Restorative justice is a process where a victim can meet the person who was responsible for the offence.
It is available to all victims of crime and anti-social behaviour (ASB) across Avon and Somerset.
For many people, talking about what happened and how it made them feel helps them move on.
Evidence shows for those victims who take part, 85% come away feeling satisfied and it leads to a 27% reduction in reoffending.
I want to know…
what happens during restorative justice
If you would like to meet the person who has committed the crime or anti-social behaviour, they will be asked if they want to meet you.
If both agree you will be given the opportunity to talk about what happened in a meeting.
The meeting is held at a neutral location at a time which is convenient to you and is led by a professional facilitator. You will be able to bring along relatives, friends or other people to give you support.
what the benefits are for the victim
Restorative justice gives you a chance to talk about what happened with the offender. This might include:
- telling them your thoughts and how they made you feel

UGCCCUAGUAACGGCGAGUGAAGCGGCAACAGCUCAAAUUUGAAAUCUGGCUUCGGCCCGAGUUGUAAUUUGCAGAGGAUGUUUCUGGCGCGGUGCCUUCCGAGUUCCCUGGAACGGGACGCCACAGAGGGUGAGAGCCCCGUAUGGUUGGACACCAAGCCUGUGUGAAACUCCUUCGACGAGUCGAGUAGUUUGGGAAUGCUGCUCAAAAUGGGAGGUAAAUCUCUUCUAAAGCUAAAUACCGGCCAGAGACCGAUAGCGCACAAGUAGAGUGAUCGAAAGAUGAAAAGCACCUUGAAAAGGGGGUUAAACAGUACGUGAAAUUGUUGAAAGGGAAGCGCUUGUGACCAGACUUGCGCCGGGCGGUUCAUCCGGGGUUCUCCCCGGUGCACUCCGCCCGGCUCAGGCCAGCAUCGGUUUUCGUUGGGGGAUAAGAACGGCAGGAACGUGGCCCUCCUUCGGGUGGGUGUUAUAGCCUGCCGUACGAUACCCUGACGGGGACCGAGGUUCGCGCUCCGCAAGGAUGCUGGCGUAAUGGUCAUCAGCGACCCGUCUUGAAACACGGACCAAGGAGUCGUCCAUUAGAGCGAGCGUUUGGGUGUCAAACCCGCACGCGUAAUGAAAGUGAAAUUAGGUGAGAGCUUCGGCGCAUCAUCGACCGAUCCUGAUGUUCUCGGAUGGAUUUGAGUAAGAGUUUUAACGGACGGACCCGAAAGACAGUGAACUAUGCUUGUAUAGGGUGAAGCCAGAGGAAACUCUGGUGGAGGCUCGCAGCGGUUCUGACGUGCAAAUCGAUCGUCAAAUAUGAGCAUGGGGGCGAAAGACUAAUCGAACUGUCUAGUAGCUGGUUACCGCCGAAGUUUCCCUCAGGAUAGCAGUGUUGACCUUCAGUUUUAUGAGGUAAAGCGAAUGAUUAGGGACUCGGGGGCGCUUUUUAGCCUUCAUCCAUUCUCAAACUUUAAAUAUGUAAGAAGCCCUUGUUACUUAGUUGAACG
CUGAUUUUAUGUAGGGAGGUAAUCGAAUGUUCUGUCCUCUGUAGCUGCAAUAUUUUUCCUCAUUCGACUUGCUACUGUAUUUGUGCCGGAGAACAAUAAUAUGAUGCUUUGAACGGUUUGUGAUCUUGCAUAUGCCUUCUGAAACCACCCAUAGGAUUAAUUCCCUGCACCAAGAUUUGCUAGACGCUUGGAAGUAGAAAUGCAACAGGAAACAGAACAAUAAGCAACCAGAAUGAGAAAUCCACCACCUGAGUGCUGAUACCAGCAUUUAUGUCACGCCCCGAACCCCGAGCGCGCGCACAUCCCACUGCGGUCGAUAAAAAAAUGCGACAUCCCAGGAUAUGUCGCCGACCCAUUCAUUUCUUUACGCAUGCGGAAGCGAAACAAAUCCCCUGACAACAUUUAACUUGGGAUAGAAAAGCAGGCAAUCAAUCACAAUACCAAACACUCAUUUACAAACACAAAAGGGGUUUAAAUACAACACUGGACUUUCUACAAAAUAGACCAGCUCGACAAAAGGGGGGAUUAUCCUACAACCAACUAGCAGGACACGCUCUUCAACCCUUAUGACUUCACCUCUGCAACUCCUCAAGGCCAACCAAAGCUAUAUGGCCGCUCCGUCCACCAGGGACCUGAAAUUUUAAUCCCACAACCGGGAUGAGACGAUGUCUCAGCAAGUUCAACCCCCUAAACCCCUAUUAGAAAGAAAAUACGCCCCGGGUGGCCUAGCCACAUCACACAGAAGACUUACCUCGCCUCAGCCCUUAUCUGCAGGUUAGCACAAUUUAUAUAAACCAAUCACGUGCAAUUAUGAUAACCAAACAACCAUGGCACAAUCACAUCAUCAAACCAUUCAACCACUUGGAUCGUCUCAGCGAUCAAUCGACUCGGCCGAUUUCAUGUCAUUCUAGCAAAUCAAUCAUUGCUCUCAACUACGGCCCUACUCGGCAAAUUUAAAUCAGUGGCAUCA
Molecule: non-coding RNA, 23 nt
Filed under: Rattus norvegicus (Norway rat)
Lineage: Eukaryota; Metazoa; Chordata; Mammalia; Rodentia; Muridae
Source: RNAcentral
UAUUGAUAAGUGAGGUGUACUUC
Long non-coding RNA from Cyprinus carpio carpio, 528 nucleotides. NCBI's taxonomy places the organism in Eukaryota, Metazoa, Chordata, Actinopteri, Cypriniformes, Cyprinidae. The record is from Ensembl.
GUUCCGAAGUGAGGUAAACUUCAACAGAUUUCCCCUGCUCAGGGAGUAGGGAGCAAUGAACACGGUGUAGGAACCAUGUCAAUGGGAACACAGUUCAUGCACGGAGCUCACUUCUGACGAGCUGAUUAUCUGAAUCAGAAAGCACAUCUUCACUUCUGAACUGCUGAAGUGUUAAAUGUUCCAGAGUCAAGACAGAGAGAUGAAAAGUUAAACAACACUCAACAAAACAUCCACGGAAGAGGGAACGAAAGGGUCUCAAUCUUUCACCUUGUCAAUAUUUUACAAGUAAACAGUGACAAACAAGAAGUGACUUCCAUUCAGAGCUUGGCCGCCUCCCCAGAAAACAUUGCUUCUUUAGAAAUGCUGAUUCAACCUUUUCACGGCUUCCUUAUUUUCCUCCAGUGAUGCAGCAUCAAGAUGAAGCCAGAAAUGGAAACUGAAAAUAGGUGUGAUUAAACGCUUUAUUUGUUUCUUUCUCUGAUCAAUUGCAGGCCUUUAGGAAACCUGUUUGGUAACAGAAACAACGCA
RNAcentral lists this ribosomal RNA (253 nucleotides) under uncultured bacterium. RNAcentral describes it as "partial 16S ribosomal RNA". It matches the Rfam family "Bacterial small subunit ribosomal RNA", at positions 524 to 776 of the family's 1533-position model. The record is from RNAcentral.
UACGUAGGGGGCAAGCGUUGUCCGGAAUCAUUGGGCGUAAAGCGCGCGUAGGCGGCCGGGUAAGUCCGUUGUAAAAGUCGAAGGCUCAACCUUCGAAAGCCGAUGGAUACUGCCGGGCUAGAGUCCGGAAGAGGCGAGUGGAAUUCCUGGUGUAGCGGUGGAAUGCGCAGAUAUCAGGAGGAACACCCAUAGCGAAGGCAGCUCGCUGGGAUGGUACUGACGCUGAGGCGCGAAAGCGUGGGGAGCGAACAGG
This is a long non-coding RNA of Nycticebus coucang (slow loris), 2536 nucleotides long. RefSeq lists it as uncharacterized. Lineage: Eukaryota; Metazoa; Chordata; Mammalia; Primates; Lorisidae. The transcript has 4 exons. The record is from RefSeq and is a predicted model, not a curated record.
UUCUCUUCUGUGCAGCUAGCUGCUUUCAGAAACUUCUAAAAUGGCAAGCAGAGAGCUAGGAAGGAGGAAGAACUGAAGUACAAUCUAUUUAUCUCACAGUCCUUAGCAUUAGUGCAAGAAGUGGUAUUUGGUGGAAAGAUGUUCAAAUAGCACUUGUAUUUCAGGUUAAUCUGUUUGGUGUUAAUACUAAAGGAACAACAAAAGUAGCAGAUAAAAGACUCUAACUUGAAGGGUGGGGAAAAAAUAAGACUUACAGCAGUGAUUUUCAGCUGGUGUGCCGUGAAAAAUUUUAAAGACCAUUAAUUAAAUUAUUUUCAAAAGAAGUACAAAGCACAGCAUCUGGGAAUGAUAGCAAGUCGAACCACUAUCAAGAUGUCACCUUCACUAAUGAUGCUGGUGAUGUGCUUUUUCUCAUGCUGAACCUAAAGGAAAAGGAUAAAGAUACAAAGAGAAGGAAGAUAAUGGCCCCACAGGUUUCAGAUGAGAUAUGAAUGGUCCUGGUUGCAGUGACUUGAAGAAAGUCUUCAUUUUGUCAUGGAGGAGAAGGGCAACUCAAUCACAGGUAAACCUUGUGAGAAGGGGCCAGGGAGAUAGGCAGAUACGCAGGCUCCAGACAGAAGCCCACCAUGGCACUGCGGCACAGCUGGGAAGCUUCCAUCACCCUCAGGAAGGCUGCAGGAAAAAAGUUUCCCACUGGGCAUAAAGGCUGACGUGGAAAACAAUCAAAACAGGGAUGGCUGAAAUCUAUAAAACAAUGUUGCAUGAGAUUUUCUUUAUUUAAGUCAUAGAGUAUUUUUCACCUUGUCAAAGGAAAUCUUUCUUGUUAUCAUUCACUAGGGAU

- asking questions
- agreeing with the offender how they might make amends for their actions – such as explaining why they did it, writing an apology or doing voluntary work
- being able to move on from what has happened
what the benefits are for the offender
Restorative justice helps offenders by:
- helping them to understand how their actions affect other people
- giving them a chance to apologise
- allowing them to deal with any feelings of guilt and remorse
- agreeing with you how they could make amends
when can restorative justice be used
Restorative justice can be used at any stage as the case goes through court as well as those dealt with outside court.
There are three basic requirements that must be met before communication can take place:
- The offender must take some responsibility for the crime
- Both the victim and the offender must be willing to participate
- It has to be safe for both the victim and the offender to be involved in the process
If a meeting is not appropriate the restorative justice professional may be able to coordinate communication by letter or other means.
how can I become involved
find out more about restorative justice
how to give feedback about restorative justice
If you would like to provide any feedback or make a complaint about your service, email email@example.com